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Buying a new Holden Barina sedan is simple. You get hold of your $16,490, then you pick the colour and choose between manual or optional six-speed auto for two grand more.
That's how to buy a car - no mucking around with endless options or "packages." Good one Holden. Barina sedan lobbed recently complementing the five-door hatch and we reckon it's a better thing.
They're the same under the skin but the four door feels more substantial on the road and the engine feels better sorted too - with no annoying throttle flare between gear changes.
Our drive car was a five-speed manual and to be frank, it could do with another cog for highway work but the shortish gearing translates into strong acceleration even if the engine is roaring away at 110kmh. And fuel economy is surprisingly good at around 6.8-litres/100km.
It's out of a Daewoo factory in Korea but don't hold that against it. Look at Hyundai and Kia - they have some of the most desirable mainstream cars going around at the moment and the Barina is desirable too - in its own way, particularly value for money.
Look at the fixed price servicing for example - $185 a pop for scheduled servicing for the first three years/60,000km which means no gouge from the service department thank you.
And it has the largest capacity engine in the light class too, as well as being possibly the biggest "tiddler" in body size - more up into the small car class really. So you get plenty of metal for your money.
Power comes from a relatively old-school, GM Family 1 engine - a 1.6-litre, petrol four banger with twin cams, variable valve timing and variable inlet. It's an old iron block unit traceable back decades but refined and revamped to the stage where it ticks most of the boxes. It's smooth and sometimes quiet running, reasonably fuel efficient and has easily accessible power and torque rated at 85kW/155Nm.
Dynamics are surprisingly sporty - the word marshmallow doesn't even figure in the equation. It hooks around corners in a most un-econobox manner and then backs up around town and on the freeway as a competent all rounder.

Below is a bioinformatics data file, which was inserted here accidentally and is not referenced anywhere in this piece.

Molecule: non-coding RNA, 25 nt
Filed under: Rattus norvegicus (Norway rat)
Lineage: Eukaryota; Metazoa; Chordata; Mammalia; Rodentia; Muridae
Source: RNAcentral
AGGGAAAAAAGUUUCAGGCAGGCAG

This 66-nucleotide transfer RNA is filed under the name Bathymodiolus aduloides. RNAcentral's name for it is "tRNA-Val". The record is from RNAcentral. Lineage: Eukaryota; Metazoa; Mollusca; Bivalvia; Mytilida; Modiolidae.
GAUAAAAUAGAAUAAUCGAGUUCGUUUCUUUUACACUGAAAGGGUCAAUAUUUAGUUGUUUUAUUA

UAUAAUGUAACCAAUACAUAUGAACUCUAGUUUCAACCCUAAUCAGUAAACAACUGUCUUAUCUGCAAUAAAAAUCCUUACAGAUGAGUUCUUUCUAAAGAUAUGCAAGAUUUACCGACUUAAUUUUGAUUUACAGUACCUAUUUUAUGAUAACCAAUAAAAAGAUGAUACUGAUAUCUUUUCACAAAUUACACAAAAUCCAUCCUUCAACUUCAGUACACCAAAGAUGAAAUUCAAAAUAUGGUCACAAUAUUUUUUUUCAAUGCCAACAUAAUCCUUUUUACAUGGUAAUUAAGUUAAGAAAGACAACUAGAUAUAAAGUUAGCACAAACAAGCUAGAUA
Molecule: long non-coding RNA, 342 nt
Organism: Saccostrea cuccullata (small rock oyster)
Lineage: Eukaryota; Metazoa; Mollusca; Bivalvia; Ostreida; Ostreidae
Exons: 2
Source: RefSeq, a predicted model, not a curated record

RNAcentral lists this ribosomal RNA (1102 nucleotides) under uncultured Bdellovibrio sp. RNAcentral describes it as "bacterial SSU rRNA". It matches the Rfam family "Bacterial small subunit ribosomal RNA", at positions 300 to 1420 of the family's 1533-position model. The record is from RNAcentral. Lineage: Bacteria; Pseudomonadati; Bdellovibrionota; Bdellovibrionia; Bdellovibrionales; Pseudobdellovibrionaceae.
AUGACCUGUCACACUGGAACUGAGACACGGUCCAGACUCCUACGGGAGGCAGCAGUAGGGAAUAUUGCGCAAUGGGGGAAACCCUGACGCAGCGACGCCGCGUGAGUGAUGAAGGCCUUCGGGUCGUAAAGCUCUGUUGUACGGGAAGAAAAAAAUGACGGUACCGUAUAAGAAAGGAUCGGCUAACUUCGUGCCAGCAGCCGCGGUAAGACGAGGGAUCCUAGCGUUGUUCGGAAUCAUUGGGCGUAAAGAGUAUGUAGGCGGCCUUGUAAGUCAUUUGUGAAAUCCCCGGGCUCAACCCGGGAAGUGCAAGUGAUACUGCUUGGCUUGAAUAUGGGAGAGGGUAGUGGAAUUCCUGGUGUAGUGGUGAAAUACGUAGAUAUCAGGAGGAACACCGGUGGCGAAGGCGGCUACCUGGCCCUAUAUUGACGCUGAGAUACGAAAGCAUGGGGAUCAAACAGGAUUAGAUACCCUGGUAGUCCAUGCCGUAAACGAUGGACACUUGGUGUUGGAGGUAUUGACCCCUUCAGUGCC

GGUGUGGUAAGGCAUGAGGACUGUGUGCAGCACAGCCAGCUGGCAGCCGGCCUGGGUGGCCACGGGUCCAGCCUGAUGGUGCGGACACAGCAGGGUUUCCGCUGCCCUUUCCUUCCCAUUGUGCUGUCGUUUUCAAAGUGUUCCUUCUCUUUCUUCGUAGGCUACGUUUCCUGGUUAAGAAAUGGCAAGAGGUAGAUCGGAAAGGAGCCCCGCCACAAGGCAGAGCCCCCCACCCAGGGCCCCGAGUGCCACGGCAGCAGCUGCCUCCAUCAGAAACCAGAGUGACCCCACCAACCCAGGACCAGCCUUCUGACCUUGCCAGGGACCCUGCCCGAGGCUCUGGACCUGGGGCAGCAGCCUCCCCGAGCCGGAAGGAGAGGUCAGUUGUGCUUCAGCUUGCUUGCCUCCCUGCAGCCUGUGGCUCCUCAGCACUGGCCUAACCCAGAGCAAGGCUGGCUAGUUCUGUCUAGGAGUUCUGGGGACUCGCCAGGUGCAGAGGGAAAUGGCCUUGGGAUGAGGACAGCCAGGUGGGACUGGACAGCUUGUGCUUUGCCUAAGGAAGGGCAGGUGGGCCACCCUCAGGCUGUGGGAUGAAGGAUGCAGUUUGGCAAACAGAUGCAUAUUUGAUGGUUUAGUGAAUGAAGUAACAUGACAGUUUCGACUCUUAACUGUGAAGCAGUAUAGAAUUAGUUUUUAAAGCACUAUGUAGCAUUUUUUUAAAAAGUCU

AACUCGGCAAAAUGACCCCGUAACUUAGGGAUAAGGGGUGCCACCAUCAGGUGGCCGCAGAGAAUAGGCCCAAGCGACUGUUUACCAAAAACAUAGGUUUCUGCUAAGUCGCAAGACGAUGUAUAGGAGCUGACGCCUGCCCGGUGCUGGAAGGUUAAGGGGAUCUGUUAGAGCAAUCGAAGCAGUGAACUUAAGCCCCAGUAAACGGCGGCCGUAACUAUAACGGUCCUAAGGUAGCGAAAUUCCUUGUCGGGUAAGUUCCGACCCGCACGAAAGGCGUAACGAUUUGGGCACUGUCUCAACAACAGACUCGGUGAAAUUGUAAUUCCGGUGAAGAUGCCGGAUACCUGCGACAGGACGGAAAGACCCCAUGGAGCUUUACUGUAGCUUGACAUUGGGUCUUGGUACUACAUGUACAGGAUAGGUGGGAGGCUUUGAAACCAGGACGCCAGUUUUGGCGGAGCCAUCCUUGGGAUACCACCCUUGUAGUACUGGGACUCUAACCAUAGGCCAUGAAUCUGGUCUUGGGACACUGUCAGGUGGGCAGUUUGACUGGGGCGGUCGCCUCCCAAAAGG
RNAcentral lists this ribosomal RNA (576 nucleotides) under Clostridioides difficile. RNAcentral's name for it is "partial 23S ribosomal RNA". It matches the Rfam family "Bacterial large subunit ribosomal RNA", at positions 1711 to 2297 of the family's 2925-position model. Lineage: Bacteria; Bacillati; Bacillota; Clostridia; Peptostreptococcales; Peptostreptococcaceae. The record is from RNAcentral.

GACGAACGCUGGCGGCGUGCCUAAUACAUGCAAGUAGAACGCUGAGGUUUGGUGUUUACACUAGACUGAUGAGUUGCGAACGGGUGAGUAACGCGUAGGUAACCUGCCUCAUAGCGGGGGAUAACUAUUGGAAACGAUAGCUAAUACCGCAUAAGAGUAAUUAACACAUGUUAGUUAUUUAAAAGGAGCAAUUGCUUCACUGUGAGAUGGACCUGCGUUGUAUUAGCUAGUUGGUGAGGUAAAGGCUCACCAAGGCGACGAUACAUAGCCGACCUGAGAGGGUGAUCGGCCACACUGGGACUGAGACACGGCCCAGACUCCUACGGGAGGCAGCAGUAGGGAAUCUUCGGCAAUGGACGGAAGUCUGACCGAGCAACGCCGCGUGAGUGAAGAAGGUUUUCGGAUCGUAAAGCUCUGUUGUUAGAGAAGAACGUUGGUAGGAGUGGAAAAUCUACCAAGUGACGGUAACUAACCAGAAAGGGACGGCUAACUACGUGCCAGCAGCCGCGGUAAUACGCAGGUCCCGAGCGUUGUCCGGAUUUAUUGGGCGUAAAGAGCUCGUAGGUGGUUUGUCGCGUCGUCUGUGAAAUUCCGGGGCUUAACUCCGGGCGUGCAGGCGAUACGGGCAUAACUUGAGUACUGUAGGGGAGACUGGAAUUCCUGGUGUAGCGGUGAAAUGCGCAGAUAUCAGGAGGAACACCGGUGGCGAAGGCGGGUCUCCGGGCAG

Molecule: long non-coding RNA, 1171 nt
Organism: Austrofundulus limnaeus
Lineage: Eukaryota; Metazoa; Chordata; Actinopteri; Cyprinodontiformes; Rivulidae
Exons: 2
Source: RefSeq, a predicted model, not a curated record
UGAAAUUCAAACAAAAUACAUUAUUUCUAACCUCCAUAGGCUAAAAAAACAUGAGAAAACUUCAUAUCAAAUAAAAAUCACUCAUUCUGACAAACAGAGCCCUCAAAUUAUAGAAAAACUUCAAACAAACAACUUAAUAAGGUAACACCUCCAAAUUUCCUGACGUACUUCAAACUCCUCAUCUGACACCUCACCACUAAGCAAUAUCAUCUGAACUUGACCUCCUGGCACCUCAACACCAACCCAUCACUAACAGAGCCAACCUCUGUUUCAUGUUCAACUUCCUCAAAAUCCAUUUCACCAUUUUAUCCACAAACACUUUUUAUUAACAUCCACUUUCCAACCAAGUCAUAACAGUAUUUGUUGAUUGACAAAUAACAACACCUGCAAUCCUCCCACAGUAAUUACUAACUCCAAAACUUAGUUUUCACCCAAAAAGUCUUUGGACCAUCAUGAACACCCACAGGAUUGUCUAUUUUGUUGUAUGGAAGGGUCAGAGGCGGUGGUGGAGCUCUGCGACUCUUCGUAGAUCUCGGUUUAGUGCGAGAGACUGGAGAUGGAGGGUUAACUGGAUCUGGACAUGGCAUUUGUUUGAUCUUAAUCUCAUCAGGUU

The manual change is good and the clutch is light to operate. It doesn't peg back on hills like the Holden Cruze 1.4 SRi-V manual we just drove while fuel requirement is only regular unleaded.
Holden equips Barina sedan with plenty of cool kit including Bluetooth phone and audio, multi media connectivity, multiple steering wheel controls, a basic info read out, cruise, a/c and even 15-inch alloys. We like the motorbike inspired instrument pod but there's too much hard, acrid smelling plastic inside and no centre arm rest or bin.
Storage provision elsewhere is ample and the boot is large. It gets a five star ANCAP rating with the accompanying six air bags, stability control and a raft of other safety gear. Do we like the look of it? Well, yeh...and no. The high boot is a bit jarring but the VW Golf look to the frontal area is pleasing. It's not ugly.
We'd buy the six speed auto every day - more practical for city driving and a higher top for easier cruising.
|(base)||1.6L, ULP, 6 SP AUTO||$4,400 – 7,040||2012 Holden Barina 2012 (base) Pricing and Specs|
|CD||1.6L, ULP, 6 SP AUTO||$4,400 – 7,040||2012 Holden Barina 2012 CD Pricing and Specs|
|CDX||1.6L, ULP, 6 SP AUTO||$5,100 – 7,920||2012 Holden Barina 2012 CDX Pricing and Specs|
|Classic||1.6L, ULP, 5 SP MAN||$3,600 – 5,830||2012 Holden Barina 2012 Classic Pricing and Specs|